Article VI then outlines the procedures to be followed by the parties in securing arbitration of a dispute and provides finally that "the award of the arbitrator shall be final and binding."


It is by now well-established that although courts refuse to review the merits of any given arbitration award, the question whether the underlying labor dispute was subject, in the first place, to arbitration under the collective bargaining agreement is ordinarily one for the courts to determine. See, e. g., United Steel Workers of America v. Warrior and Gulf Navigation Co., 363 U.S. 574, 80 S.Ct. 1347, 4 L.Ed.2d 1409 (1960); Teamsters Local Unions v. Braswell Motor Freight Lines, 392 F.2d 1 (5th Cir. 1968); Safeway Stores v. American Bakery and Confectionery Workers International Union, 390 F.2d 79 (5th Cir. 1968)


The Supreme Court has indicated that a particular dispute should not be deemed non-arbitrable "unless it may be said with positive assurance that the arbitration clause is not suspectible of an interpretation that covers the asserted dispute. Doubts should be resolved in favor of coverage." United Steel Workers of America v. Warrior and Gulf Navigation Co., supra at 582-583 of 363 U.S., at 1353 of 80 S.Ct

Utilizing this standard we note that the collective bargaining agreement here at issue-upon which Arbitrator Horton's authority to act necessarily rested-makes no provision for grieving the award of an Arbitrator which, according to the language of the contract itself, "shall be final and binding." Rather, the grievance machinery may be invoked, either by the Union or the Company, for "all grievances arising under this agreement." We doubt that the award of an arbitrator-as opposed to the procedure for securing arbitration-falls within the four corners of the agreement before us. If not, the award itself would not constitute an arbitrable issue.

There may be, however, special circumstances where invocation of grievance machinery might be appropriate following the award of an arbitrator. Ordinarily this would occur where a collateral dispute arises from an award which is not selfexecuting. See International Association of Machinists and Aerospace Workers v. Aerojet-General Corporation, 263 F. Supp. 343, (D.C.Cen.D.Cal.1966); District 50, United Mine Workers v. Revere Copper and Brass, Inc., 204 F.Supp. 349 (D.C.Md.1962). This is not such a case. Arbitrator Florey's award was clearly intended to be and would have been self-executing but for an ambiguity therein, discussed below, which left the parties at odds over its interpretation.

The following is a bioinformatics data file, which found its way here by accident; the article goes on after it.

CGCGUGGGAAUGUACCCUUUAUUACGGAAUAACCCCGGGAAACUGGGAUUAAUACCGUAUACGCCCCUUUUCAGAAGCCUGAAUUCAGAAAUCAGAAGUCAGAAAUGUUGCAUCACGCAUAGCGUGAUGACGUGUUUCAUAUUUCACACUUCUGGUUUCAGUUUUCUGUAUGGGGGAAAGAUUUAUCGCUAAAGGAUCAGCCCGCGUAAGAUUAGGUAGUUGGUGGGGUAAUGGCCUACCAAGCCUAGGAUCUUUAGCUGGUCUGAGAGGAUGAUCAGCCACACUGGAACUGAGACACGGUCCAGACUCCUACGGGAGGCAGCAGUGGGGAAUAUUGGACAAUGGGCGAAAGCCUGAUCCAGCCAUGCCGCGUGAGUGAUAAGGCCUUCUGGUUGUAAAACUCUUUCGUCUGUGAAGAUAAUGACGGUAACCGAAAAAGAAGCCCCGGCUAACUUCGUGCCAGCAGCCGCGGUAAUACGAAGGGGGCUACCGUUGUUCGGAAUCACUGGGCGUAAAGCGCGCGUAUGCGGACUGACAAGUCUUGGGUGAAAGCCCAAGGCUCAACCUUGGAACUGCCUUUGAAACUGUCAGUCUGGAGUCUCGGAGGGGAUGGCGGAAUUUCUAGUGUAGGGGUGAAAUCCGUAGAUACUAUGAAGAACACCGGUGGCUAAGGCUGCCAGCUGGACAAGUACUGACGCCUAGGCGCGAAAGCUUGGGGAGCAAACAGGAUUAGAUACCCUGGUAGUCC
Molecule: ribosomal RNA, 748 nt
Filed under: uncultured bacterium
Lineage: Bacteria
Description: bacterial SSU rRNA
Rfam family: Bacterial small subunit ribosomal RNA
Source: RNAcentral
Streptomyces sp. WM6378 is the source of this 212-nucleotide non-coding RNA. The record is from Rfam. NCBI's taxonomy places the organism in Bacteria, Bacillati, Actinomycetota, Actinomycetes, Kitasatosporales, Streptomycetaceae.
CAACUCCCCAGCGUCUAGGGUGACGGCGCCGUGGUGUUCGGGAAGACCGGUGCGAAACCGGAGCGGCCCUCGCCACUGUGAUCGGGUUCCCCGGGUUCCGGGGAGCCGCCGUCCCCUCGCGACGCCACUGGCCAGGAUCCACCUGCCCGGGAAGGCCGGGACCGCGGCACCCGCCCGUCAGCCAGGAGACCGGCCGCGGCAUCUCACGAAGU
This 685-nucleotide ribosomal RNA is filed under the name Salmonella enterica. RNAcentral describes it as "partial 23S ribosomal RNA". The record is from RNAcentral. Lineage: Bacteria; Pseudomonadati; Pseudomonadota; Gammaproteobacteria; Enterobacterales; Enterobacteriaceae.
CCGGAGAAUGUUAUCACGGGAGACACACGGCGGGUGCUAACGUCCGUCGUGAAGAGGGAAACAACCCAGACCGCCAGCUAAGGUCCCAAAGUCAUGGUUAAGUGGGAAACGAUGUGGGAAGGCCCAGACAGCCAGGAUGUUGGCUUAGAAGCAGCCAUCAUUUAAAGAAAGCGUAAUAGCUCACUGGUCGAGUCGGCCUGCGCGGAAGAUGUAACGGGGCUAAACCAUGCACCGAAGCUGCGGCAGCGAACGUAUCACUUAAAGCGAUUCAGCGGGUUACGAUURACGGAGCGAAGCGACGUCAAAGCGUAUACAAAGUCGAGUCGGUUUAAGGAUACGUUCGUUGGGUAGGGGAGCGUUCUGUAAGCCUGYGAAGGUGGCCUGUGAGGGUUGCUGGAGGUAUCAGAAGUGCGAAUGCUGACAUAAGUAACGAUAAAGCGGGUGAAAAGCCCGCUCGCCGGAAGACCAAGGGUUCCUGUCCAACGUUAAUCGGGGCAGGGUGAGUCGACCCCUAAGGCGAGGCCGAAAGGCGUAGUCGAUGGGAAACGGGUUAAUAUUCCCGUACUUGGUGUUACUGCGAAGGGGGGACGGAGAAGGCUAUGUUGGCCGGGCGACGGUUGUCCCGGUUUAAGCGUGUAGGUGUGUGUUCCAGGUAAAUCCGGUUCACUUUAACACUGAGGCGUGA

Hanford Atomic Metal Trades Council v. General Electric Company, 353 F.2d 302 (9th Cir. 1966); United Steel Workers of America v. Timken Roller Bearing Company, 324 F.2d 738 (6th Cir. 1963); Local Union No. 494, International Brotherhood of Electrical Workers v. Brewery Proprietors, 289 F.Supp. 865 (D.C.E.D.Wis.1968). See also, International Association of Machinists v. Crown Cork and Seal Company, 300 F.2d 127 (3rd Cir. 1962)


United Steel Workers of America v. Enterprise Wheel and Car Corporation, 363 U.S. 593, 599, 80 S.Ct. 1358, 1362, 4 L.Ed.2d 1424 (1960)


See cases cited at n. 4, supra. See also, Transport Workers Union Local No. 234 v. Philadelphia Transport Company, 228 F.Supp. 423 (D.C.E.D.Pa.1964). But see, Lynchburg Foundry Company v. United Steel Workers of America, 404 F.2d 259 (4th Cir. 1968)


Arbitrator Horton interpreted Arbitrator Florey's award as requiring "the deduction of interim earnings, severance and dismissal pay from earnings due Sweet by the Company." Horton then noted that "the Company does not owe Sweet lost earnings as the interim earnings, severance and dismissal pay exceed lost earnings by $4,274.04," and concluded that he did not have jurisdiction to award either party additional remedies. We do not see in this award any indication that Sweet, let alone the Union which had never received the monies, was to reimburse the Company for the overage existing in Sweet's favor. Horton merely concluded that Sweet's interim earnings and the like were to be deducted from the amount which the Company owed him as lost earnings and that since such deductions exceeded lost earnings, the Company did not owe Sweet anything


At the hearing before Arbitrator Horton counsel for the Company stipulated the issue involved as follows:

"[The] award by Arbitrator Florey was in two parts: One part being reinstatement, the other parts being made whole, I think was the language he used, and I guess you could divide it up into . . . the financial aspects of the back pay part of the award which is the thing that we're here for today, to find out in Mr. Horton's interpretation the meaning of that part of the award by Arbitrator Florey and how we can implement it." Later Mr. Bannick, president of the Company, testified: "You can't implement, it seems to us, the award unless you implement the entire award. And part of that is Mr. Sweet's reinstatement. Another part of it is the settlement of the financial matters. Certainly all parts of it would have to be resolved."


Obviously the direction to the Union was wrong. The money had not been paid to it


Note the reference by Chief Judge Brown in Safeway Stores v. American Bakery, Inc., 390 F.2d 79 at 81 (CA5, 1968) to "slip[ping] off into that habit, easy for Judges, of deciding the merits" of arbitration matters. "The question of interpretion of the collective bargaining agreement is a question for the arbitrator. It is the arbitrator's construction which was bargained for; and so far as the arbitrator's decision concerns construction of the contract, the courts have no business overruling him because their interpretation of the contract is different from his." United Steelworkers v. Enterprise Corp., supra, at 599, of 363 U.S., at 1362 of 80 S.Ct., at 1429 of 4 L.Ed.2d (1960)